Crooked lines discovered on turf field
HAMMONTON—The Parks and Recreation Commission discussed the newly installed turf field at Moss Mill Park having crooked field markings for multiple sports on the turf at their Oct. 17 meeting.
Sports with crooked markings including the football hash marks and field hockey lines. With the turf being so expensive, changes to correct the issues will be something that is taken very seriously.
According to Councilman Steven Furgione, there “may or may not” be another issue with the hash marks on the football field. There is concern that the hash marks may have been placed at the distance used for NFL or college fields rather than the distance for high school fields. High school football fields have their hash marks closer to the sidelines than the higher levels of the sport.
All sports are able to be played on the turf in spite of the issues. All five sports on the turf were certified to play by an independent certifying company and the issues are all cosmetic according to Furgione.
Furgione was told that the new turf field is the first in the entire country to have five sports markings stitched onto the turf. Since this is the first of its kind, it may be the reason that the lines are crooked.
“We’re kind of the guinea pigs here, so to speak and it just didn’t come out right. For whatever reason, it didn’t come out right.” Furgione said.
Solutions to fixing the turf are still being discussed, Furgione told the contractors that he wants a sketch of what the turf was supposed to look like when they purchased it, a sketch of what they actually received and a sketch of how they are going to fix it. Payments have been stopped until the situation is figured out.
Recreation leader Denise Mazzeo informed the commission that signs for Moss Mill Park have been ordered. The commission were all given a packet with a list of rules for the turf field at Moss Mill Park. The commission will look over the rules and either approve, add or change rules before the list is finalized. These rules will be made into signs to be placed at the park for everyone to see. The signs will list the rules in both English and Spanish.
Commission member John Iacovelli brought to the attention of the commission that the Hammonton Heart and Soul organization has been conducting hundreds of interviews for over a year, seeing what residents of the town think could be better about the place they live. Interviewees have consisted of residents from all different age groups and backgrounds. Iacovelli said at almost every event in town there have been people conducting these interviews.
“We reached out to all of the civic organizations, we visited the Canoe Club, we visited Kiwanis, we visited Rotary, to try to get the word out about Heart and Soul and how it will hopefully promote unity with the goals that all of the town organizations have to better Hammonton,” Mazzeo said.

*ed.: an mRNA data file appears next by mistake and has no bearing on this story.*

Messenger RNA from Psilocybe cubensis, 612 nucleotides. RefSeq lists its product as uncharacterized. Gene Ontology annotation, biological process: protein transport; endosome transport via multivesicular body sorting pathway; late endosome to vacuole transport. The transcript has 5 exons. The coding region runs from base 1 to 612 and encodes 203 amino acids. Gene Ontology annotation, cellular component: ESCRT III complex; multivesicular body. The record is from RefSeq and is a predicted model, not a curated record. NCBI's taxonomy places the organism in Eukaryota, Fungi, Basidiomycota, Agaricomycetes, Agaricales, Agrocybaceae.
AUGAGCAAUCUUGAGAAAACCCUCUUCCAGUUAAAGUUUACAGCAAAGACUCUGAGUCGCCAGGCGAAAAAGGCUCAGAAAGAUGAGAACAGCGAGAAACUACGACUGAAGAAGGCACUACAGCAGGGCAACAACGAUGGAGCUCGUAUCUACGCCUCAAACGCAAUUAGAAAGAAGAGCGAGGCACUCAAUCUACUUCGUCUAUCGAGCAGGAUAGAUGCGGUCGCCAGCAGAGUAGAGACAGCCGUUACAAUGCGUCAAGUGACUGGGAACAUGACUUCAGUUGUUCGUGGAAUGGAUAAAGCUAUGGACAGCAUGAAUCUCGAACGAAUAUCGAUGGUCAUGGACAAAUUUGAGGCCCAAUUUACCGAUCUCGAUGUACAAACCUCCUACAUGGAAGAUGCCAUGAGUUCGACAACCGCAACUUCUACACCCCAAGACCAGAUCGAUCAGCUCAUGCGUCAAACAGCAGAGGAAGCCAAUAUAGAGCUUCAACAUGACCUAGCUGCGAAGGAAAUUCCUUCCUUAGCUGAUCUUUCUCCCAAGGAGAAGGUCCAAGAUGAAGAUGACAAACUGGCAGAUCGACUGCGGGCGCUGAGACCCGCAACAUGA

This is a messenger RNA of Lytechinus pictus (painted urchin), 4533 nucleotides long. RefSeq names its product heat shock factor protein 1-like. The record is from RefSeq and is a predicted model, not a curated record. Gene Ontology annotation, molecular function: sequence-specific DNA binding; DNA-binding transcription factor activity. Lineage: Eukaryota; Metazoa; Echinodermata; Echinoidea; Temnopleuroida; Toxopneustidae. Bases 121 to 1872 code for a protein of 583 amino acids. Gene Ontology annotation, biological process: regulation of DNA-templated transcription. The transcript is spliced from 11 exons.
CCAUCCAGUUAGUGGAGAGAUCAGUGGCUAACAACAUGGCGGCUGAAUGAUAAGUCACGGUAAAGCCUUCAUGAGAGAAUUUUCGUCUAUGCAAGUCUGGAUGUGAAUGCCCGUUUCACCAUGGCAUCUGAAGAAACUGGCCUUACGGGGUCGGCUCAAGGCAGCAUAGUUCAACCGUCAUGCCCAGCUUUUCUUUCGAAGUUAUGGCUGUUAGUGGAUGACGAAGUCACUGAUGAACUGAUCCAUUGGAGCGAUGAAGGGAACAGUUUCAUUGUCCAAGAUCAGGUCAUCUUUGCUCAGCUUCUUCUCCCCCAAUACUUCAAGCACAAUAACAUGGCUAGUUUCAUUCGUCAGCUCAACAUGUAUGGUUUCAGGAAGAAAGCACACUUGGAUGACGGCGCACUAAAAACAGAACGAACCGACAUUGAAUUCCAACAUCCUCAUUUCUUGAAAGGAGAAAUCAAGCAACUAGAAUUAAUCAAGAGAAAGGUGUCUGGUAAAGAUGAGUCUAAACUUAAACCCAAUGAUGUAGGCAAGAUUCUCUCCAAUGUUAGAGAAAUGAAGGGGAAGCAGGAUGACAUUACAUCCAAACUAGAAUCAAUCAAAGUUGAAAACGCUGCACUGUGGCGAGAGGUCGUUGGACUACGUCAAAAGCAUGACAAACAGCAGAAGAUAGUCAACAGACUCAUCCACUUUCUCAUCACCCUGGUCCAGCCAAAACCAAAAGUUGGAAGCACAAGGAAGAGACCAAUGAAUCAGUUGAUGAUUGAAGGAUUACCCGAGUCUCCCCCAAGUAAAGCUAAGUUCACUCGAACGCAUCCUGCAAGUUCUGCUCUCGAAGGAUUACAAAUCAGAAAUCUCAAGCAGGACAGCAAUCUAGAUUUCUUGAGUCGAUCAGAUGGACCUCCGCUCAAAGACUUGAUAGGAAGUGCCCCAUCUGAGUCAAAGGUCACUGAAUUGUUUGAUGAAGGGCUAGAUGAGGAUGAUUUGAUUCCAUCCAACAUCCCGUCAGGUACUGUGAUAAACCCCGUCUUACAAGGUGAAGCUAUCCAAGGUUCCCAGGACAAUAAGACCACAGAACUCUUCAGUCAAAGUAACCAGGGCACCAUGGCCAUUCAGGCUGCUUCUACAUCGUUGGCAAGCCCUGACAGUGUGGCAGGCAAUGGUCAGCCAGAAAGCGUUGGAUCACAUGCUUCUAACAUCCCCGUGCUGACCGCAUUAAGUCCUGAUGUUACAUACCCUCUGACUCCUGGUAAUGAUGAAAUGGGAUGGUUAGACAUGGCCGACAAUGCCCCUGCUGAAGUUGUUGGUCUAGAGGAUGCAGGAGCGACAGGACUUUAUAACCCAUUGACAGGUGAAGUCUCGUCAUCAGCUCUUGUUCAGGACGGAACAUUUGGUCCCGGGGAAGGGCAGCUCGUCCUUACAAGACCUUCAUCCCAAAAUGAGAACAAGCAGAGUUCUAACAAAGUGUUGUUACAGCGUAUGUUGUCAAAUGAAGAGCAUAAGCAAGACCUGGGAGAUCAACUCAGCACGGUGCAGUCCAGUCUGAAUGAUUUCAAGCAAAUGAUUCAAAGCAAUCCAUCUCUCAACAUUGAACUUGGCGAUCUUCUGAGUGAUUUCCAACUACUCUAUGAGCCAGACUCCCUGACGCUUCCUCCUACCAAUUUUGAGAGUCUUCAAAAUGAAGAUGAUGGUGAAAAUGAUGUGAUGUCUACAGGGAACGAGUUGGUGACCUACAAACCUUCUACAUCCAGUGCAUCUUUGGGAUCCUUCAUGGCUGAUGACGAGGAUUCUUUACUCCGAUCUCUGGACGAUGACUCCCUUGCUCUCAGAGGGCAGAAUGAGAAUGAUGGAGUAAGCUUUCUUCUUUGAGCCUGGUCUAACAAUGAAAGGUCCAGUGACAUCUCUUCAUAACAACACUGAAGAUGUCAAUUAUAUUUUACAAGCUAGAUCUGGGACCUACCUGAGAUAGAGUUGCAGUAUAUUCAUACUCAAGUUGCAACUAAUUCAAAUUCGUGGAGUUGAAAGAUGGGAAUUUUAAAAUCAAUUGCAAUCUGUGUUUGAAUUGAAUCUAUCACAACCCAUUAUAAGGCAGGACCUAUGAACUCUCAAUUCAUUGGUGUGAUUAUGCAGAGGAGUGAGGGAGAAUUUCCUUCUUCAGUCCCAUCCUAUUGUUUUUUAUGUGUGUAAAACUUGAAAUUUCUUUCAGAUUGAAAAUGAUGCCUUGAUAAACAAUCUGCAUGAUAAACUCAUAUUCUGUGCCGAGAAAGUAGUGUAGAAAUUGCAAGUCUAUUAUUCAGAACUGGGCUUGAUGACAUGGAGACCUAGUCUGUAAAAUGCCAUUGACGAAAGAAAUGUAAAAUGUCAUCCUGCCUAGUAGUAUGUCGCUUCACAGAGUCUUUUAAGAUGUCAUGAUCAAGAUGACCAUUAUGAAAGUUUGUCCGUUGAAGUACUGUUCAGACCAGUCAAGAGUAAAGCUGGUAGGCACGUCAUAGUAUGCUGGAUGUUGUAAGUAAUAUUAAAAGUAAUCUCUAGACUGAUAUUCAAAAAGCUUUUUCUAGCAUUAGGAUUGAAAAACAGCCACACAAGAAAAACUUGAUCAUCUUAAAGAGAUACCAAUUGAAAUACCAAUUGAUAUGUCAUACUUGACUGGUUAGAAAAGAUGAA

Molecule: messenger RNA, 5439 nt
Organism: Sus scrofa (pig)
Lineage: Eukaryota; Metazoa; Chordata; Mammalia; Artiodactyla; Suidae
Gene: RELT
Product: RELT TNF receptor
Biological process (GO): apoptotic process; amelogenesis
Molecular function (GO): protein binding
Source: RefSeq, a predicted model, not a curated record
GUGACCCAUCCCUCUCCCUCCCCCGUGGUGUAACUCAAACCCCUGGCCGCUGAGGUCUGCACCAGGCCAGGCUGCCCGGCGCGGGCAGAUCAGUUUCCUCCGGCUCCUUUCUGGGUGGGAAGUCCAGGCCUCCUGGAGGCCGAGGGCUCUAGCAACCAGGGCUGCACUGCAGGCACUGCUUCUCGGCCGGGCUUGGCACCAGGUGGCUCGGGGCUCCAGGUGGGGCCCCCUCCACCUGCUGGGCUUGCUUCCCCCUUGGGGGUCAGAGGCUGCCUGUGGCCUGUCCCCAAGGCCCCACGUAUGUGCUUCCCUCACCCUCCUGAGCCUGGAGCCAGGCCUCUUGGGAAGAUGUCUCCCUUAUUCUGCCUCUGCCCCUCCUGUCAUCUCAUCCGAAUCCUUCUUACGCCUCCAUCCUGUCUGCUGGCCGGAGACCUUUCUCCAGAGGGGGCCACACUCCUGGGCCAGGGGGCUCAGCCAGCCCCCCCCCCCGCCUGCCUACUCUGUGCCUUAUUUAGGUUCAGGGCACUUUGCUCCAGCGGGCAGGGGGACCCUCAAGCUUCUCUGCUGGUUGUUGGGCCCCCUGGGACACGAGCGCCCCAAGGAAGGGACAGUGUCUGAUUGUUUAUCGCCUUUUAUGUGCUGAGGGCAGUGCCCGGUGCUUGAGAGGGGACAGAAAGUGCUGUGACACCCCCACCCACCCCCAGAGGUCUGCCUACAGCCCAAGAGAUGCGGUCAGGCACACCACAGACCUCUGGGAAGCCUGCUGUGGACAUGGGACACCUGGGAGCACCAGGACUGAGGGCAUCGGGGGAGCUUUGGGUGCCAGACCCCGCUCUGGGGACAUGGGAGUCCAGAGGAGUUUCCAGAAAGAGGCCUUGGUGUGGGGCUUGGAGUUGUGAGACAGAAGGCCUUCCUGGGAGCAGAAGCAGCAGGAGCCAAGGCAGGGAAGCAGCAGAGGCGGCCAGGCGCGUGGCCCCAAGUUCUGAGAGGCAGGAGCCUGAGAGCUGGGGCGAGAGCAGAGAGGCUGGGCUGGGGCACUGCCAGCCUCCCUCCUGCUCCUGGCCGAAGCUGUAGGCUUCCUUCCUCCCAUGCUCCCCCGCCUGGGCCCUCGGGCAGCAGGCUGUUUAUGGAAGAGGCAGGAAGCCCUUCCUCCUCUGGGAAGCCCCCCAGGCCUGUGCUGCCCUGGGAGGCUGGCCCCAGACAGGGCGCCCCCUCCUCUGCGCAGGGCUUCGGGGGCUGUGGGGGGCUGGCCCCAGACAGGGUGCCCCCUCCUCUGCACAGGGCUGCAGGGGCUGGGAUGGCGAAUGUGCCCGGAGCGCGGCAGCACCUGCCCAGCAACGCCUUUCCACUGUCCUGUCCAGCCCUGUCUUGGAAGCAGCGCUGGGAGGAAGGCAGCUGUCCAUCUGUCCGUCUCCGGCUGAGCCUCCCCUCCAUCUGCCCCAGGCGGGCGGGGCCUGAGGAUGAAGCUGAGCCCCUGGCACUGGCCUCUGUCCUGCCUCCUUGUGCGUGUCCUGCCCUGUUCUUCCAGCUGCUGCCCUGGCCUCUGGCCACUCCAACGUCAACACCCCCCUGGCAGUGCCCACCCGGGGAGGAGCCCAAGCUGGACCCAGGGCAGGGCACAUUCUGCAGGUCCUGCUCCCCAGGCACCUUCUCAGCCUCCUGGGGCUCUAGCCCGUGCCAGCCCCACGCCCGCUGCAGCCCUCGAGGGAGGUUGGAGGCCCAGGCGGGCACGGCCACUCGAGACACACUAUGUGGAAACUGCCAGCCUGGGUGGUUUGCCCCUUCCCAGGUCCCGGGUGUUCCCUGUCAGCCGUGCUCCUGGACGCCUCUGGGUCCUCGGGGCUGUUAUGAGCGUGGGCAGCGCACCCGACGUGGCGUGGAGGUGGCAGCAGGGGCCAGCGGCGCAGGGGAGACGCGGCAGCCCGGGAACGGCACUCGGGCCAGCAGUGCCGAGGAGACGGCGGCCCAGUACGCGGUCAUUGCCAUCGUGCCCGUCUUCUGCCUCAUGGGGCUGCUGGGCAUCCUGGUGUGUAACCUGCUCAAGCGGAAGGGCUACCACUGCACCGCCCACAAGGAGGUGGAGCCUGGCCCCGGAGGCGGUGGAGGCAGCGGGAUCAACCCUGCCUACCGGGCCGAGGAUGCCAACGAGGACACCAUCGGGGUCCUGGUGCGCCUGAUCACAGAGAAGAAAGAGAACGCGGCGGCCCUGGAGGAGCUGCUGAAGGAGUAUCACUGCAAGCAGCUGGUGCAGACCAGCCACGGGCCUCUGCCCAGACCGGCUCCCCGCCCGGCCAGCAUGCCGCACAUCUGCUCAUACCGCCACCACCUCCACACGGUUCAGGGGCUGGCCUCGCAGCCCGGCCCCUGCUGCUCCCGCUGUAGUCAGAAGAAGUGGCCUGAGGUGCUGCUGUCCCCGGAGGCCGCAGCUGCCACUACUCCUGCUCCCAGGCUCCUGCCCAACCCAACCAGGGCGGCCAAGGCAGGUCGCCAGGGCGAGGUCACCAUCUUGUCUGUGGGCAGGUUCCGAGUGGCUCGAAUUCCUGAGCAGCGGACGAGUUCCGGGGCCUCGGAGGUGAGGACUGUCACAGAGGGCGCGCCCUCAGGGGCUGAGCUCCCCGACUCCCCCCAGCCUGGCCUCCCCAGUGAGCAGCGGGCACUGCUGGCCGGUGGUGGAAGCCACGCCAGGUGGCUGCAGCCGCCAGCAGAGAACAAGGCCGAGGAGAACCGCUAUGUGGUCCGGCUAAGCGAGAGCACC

Mazzeo and Iacovelli had handed out a sheet to the commission listing 10 of the top concerns that were found in the interview. Iacovelli said many of the 10 concerns were in the jurisdiction of the Parks and Recreation Commission.
Heart and Soul’s goal is to help the residents of Hammonton connect with what they love about where they live. They received an $100,000 grant in the year 2020 to help bring the community together. With the pandemic, it was difficult to figure out a plan on how the grant should be distributed, so progress had been stalled. Since restrictions have lightened, they have been working to gather information and figure out how to use the grant effectively for the community.
“When the committee started Heart and Soul, one of the big focuses was to reach out to all facets of the Hammonton community and get their feedback on the town. Because the whole thing about Heart and Soul, the reason we’re given the grant was to enhance the community for everyone to share it with the entire community,” Iacovelli said.
Six other towns in South Jersey have been given the same grant. They had the same problem during the pandemic and are still working through it as well.
Iacovelli said that many of the suggestions on the sheet were being tackled already by the commission. He believes that information being spread and communicated better between the Town Council, the Parks and Recreation Commission and the public would be a benefit to all involved.
Members of Heart and Soul will come to next month’s meeting to inform the commission about their goals in more depth.
The next Parks and Recreation meeting will be held on Nov. 21 at 7 p.m. at the Town Hall Council Chambers.
This article was produced in collaboration with New Jersey Civic Information Consortium and Rowan University.